NASA’s Juno spacecraft will decode Jupiter’s hidden secrets: Everything explained

National Aeronautics and Space Administration (NASA) has finally done what was not possible for a long time. The team of scientists at Jet Propulsion Lab in Pasadena, California, have received the confirmation that the spacecraft Juno has finally started orbiting the largest planet in the solar system Jupiter.

The $1.1 billion mission is one of the most extended missions undertaken by NASA. Scientists around the world batted a sign of relief when Juno successfully entered orbit around Jupiter. As Scott Bolton, Principal Investigator Juno said –

NASA has done something that has never been done before, we just did the impossible.

What do we know of Jupiter so far:

Jupiter is one of the largest planets in the Universe. But so far scientist has not been able to get a clear picture of the planet. Just like the Sun, the construction of Jupiter is also the same consisting of hydrogen and helium.

Well, the planet is so huge that if we combine all the other planet in the solar system then also the “odd planet” is double the size. The magnetic field of the planet is so strong that if it glowed in the visible light, Jupiter would appear twice the size of the moon in our sky. The day time in Jupiter is only limited to 10 hours.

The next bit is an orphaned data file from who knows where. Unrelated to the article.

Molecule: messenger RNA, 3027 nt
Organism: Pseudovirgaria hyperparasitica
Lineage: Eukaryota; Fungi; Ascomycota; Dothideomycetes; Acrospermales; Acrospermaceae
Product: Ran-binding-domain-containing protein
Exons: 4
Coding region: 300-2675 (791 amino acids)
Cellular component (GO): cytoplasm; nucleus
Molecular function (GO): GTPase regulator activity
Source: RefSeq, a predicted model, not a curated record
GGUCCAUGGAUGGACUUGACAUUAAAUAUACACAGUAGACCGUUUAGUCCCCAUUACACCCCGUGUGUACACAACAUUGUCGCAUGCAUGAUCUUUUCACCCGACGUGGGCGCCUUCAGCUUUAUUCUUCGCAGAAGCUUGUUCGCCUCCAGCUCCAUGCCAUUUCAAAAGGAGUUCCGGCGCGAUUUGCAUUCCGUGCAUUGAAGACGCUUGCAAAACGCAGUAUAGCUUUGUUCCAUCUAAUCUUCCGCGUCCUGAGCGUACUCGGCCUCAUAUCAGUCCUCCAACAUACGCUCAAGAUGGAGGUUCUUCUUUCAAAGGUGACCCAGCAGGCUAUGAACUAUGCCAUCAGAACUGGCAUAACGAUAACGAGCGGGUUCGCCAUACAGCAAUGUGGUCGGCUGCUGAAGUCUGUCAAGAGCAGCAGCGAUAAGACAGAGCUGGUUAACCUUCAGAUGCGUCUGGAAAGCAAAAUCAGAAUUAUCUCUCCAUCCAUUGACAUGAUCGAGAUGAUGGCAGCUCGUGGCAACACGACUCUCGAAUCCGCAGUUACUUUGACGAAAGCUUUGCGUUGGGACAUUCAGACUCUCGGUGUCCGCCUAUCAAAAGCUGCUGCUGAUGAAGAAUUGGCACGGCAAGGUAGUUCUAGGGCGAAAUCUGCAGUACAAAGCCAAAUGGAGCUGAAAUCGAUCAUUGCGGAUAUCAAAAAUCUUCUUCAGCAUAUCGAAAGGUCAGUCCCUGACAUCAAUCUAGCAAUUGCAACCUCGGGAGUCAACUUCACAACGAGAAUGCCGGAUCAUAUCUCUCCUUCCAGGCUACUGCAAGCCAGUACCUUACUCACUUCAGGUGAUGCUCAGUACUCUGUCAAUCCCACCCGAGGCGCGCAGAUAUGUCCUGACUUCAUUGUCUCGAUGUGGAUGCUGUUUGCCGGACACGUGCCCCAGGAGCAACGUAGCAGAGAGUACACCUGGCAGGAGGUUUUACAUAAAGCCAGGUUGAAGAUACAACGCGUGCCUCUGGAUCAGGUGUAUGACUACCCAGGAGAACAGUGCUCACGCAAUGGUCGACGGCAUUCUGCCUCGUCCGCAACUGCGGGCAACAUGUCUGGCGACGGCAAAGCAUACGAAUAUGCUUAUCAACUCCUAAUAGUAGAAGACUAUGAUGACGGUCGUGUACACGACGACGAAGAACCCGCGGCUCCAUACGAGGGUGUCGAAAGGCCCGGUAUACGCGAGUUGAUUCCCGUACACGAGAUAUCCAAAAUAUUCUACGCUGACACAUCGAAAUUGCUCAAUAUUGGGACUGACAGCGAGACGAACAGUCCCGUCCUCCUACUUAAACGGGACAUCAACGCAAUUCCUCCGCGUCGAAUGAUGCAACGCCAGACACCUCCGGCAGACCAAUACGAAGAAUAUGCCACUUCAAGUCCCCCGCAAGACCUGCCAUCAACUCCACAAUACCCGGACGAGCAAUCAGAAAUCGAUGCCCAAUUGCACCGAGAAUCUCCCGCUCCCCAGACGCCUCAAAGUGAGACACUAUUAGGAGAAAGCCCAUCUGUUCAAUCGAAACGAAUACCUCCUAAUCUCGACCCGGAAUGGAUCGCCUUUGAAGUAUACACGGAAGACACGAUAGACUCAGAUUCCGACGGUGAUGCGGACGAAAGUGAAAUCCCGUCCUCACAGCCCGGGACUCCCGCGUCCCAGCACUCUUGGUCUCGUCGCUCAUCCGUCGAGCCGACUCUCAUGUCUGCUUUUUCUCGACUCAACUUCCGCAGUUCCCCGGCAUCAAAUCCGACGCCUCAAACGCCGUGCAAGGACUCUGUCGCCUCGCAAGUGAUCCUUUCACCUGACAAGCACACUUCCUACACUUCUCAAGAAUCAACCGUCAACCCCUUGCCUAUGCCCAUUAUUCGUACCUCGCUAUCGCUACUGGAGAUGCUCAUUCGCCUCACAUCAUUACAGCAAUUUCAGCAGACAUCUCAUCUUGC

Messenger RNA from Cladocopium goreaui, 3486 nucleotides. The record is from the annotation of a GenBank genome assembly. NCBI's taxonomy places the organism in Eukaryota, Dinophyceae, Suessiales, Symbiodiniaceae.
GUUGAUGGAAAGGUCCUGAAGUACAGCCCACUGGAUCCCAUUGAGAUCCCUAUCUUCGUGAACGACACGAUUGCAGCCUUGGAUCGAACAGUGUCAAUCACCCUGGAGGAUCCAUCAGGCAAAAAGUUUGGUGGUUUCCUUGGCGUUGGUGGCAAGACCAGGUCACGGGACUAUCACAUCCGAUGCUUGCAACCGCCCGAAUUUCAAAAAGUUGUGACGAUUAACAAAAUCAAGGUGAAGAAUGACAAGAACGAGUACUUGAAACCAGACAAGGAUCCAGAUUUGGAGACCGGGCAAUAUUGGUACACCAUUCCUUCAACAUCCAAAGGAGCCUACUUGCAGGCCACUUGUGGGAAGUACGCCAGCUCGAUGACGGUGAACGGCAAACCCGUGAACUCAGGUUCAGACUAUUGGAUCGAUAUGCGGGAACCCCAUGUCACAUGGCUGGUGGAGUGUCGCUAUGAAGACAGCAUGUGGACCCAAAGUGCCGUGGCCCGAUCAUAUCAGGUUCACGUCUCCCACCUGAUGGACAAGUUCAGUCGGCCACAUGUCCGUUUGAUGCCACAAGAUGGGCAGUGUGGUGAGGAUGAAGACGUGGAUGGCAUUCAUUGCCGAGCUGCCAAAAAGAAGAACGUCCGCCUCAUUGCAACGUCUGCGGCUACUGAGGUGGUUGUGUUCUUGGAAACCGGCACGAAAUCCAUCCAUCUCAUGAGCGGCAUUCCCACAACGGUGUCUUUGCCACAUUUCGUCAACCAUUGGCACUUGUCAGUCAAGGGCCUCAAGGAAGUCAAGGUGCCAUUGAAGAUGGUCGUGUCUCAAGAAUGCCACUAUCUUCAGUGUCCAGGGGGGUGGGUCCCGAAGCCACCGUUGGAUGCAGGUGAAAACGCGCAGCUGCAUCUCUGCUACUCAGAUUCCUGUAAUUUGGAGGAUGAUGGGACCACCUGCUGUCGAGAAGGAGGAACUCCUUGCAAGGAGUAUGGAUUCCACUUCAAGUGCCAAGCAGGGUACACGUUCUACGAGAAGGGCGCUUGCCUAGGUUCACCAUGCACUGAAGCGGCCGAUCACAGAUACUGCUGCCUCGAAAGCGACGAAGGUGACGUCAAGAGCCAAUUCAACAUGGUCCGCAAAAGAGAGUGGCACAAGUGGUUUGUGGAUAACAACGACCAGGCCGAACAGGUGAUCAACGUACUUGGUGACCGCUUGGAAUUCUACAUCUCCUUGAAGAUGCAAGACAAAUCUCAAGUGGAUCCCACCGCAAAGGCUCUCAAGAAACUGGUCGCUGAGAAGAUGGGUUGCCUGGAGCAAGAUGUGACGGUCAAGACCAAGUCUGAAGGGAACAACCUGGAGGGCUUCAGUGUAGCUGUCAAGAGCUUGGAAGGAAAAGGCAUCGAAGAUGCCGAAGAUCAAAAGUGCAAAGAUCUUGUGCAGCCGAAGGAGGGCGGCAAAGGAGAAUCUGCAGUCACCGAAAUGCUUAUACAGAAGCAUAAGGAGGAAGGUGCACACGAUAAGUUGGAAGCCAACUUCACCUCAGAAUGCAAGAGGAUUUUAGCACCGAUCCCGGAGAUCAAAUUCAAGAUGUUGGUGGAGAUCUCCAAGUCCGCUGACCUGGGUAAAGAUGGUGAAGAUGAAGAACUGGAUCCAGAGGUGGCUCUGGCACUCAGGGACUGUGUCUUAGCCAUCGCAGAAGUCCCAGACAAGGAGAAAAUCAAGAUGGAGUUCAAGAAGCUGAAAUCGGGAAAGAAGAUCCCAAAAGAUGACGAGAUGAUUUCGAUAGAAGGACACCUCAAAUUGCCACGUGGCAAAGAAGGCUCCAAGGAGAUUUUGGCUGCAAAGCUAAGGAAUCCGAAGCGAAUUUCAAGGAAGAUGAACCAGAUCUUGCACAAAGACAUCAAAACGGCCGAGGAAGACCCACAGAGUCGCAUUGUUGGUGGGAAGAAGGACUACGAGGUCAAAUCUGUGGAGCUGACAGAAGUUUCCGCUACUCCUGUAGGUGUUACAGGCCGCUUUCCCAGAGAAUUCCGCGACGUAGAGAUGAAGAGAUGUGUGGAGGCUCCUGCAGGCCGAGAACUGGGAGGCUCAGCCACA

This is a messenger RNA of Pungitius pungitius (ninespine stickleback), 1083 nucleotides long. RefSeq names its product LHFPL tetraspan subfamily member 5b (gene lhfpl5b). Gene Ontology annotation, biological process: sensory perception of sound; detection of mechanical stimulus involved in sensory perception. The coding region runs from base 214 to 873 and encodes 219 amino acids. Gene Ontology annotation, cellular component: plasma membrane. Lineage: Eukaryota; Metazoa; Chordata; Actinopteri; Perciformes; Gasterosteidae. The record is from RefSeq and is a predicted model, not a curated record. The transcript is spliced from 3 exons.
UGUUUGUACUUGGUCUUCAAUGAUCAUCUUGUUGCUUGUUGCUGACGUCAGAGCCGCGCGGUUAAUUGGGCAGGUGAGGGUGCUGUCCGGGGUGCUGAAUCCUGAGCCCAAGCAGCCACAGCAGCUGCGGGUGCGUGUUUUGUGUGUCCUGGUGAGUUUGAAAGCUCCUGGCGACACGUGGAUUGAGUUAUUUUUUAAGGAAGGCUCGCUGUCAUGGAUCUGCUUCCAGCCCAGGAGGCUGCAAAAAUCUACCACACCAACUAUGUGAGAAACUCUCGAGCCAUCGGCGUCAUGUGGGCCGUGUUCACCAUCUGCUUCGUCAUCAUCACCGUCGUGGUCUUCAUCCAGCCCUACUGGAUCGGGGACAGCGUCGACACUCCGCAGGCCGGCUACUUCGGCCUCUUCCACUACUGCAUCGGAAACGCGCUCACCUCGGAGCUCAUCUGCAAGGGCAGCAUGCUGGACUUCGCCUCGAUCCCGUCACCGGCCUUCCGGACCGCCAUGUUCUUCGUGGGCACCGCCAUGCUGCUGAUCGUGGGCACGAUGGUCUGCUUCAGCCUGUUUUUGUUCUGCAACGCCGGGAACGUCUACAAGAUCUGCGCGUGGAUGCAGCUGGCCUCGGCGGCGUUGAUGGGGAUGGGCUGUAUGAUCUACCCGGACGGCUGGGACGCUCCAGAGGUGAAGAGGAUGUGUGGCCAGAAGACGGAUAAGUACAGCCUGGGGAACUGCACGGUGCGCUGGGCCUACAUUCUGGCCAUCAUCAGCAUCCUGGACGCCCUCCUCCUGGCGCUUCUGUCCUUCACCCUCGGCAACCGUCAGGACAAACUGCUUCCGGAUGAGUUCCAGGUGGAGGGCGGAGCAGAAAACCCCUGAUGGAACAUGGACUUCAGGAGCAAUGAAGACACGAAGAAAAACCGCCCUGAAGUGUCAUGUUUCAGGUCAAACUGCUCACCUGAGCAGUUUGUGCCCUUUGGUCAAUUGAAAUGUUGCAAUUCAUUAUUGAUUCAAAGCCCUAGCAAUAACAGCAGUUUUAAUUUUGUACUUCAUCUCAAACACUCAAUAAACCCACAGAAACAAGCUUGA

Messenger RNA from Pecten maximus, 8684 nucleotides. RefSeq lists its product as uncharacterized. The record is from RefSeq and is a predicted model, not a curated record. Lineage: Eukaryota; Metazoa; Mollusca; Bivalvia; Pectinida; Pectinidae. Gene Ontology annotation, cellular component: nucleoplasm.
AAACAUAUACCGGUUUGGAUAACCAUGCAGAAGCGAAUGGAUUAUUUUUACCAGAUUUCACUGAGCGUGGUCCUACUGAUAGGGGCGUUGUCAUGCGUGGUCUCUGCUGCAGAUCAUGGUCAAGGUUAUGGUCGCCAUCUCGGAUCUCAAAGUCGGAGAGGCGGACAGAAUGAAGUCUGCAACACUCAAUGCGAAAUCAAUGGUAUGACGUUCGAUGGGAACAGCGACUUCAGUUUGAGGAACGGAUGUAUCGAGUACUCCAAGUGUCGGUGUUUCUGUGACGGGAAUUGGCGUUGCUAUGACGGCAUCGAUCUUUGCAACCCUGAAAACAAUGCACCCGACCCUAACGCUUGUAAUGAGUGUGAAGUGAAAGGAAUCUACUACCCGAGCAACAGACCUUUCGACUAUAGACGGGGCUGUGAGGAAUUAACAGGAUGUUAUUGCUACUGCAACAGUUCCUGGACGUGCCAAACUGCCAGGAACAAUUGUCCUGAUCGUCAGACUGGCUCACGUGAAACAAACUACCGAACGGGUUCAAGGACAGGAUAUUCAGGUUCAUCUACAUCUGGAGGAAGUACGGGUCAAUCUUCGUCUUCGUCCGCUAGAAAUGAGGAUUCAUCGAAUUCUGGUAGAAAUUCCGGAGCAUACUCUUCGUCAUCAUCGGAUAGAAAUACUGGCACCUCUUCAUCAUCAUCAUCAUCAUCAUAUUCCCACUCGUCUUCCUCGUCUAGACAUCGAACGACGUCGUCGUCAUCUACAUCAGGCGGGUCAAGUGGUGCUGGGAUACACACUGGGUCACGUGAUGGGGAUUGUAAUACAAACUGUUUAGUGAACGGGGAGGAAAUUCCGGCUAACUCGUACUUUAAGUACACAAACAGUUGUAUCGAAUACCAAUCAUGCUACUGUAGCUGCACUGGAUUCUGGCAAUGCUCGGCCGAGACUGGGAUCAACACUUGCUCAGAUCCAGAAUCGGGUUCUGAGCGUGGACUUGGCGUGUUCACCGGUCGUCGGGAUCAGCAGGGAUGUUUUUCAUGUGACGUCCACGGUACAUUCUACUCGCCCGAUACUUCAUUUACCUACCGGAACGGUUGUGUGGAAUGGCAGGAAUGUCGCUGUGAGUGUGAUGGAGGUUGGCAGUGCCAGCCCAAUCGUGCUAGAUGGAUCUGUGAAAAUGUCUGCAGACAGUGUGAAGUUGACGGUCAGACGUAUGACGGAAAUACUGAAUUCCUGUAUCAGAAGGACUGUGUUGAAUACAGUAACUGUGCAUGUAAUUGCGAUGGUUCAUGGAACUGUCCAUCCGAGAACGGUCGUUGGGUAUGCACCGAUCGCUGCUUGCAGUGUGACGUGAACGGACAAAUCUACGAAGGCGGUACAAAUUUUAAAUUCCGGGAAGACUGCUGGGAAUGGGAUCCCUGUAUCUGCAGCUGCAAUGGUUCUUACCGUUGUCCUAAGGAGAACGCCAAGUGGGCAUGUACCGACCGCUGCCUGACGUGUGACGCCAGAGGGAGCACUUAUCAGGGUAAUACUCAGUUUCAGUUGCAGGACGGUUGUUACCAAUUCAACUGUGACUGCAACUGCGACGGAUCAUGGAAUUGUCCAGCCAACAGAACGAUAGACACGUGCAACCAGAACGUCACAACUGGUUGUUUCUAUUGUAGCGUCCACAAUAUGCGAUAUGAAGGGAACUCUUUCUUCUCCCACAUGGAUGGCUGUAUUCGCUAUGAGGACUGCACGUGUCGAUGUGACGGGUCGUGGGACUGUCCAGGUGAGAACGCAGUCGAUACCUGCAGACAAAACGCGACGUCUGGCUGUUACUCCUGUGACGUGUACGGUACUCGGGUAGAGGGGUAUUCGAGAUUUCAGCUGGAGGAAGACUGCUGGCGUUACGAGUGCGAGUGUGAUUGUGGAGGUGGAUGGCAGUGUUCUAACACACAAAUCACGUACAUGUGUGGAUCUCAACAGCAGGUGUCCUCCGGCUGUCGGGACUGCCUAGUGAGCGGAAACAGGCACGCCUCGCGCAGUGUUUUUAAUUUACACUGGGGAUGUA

What information will Juno decode from Jupiter:

The $1.1 billion mission will be the first of its kind mission, and scientists are sure that through this mission they will be able to decode the mystery planet. In it exploration the spacecraft will focus on three important points if the largest planet in the Solar system has a solid core.

The spacecraft will be the first ever to get this close to the planet and will get a clear picture of why does the gaseous planet generate such extreme level of radiation. One other thing that Juno will focus on is how Jupiter formed 4 billion years ago.

Juno will get as near as it can get to the planet and on close investigations will reveal some of the top known secrets of Jupiter. It will not only study the formation of the “odd planet” but will also reveal some unknown history of the origin of our solar system.

Juno is also equipped with nine scientific instruments which will measure the magnetic field as well as probe deep into Jupiter’s atmosphere. The various cameras installed in the spacecraft will give scientists the most close-up photos of the planet.

As Barry Mauk, the professor at Johns Hopkins University Applied Physics Laboratory in a press statement said, “The spacecraft will not only probe deep into Jupiter but in its investigation will help us understanding the universe and what role do we play in it.”

How long is the mission:

For the spacecraft to get into the orbit, NASA had to turn off most of Juno scientific instrument. Scientists have confirmed that at the end of August Juno will start with its first 53-day orbit. Juno will then again start its thrusters on October 19 to start a 14-day orbit and will collect all the relevant information.

After finding out all the relevant details about the planet, Juno will end its 5-year long mission by disintegrating into Jupiter harsh condition on February 20, 201